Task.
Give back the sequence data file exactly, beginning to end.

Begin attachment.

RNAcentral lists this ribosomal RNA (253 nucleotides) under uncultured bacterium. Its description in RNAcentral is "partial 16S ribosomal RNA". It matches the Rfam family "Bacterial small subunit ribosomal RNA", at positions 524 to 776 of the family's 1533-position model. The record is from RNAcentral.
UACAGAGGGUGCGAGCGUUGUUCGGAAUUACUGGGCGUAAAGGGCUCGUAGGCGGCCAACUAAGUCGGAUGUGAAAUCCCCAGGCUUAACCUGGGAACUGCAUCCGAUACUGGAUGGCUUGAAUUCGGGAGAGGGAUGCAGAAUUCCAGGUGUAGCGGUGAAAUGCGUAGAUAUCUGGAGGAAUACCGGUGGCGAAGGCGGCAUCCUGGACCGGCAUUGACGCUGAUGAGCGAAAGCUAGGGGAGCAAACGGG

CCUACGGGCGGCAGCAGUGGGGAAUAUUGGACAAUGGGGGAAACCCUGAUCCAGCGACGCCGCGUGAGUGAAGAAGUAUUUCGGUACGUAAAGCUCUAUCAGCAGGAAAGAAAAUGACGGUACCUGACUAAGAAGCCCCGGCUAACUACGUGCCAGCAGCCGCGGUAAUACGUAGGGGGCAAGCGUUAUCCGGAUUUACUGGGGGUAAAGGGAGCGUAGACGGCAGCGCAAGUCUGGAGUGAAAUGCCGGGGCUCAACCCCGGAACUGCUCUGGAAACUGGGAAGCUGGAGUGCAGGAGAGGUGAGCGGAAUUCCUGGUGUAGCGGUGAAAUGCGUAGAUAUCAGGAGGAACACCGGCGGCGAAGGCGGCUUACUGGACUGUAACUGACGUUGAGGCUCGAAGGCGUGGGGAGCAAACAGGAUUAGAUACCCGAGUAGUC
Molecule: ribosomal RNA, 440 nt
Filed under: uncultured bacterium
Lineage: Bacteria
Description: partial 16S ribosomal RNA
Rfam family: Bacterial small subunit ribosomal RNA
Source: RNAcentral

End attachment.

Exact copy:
RNAcentral lists this ribosomal RNA (253 nucleotides) under uncultured bacterium. Its description in RNAcentral is "partial 16S ribosomal RNA". It matches the Rfam family "Bacterial small subunit ribosomal RNA", at positions 524 to 776 of the family's 1533-position model. The record is from RNAcentral.
UACAGAGGGUGCGAGCGUUGUUCGGAAUUACUGGGCGUAAAGGGCUCGUAGGCGGCCAACUAAGUCGGAUGUGAAAUCCCCAGGCUUAACCUGGGAACUGCAUCCGAUACUGGAUGGCUUGAAUUCGGGAGAGGGAUGCAGAAUUCCAGGUGUAGCGGUGAAAUGCGUAGAUAUCUGGAGGAAUACCGGUGGCGAAGGCGGCAUCCUGGACCGGCAUUGACGCUGAUGAGCGAAAGCUAGGGGAGCAAACGGG

CCUACGGGCGGCAGCAGUGGGGAAUAUUGGACAAUGGGGGAAACCCUGAUCCAGCGACGCCGCGUGAGUGAAGAAGUAUUUCGGUACGUAAAGCUCUAUCAGCAGGAAAGAAAAUGACGGUACCUGACUAAGAAGCCCCGGCUAACUACGUGCCAGCAGCCGCGGUAAUACGUAGGGGGCAAGCGUUAUCCGGAUUUACUGGGGGUAAAGGGAGCGUAGACGGCAGCGCAAGUCUGGAGUGAAAUGCCGGGGCUCAACCCCGGAACUGCUCUGGAAACUGGGAAGCUGGAGUGCAGGAGAGGUGAGCGGAAUUCCUGGUGUAGCGGUGAAAUGCGUAGAUAUCAGGAGGAACACCGGCGGCGAAGGCGGCUUACUGGACUGUAACUGACGUUGAGGCUCGAAGGCGUGGGGAGCAAACAGGAUUAGAUACCCGAGUAGUC
Molecule: ribosomal RNA, 440 nt
Filed under: uncultured bacterium
Lineage: Bacteria
Description: partial 16S ribosomal RNA
Rfam family: Bacterial small subunit ribosomal RNA
Source: RNAcentral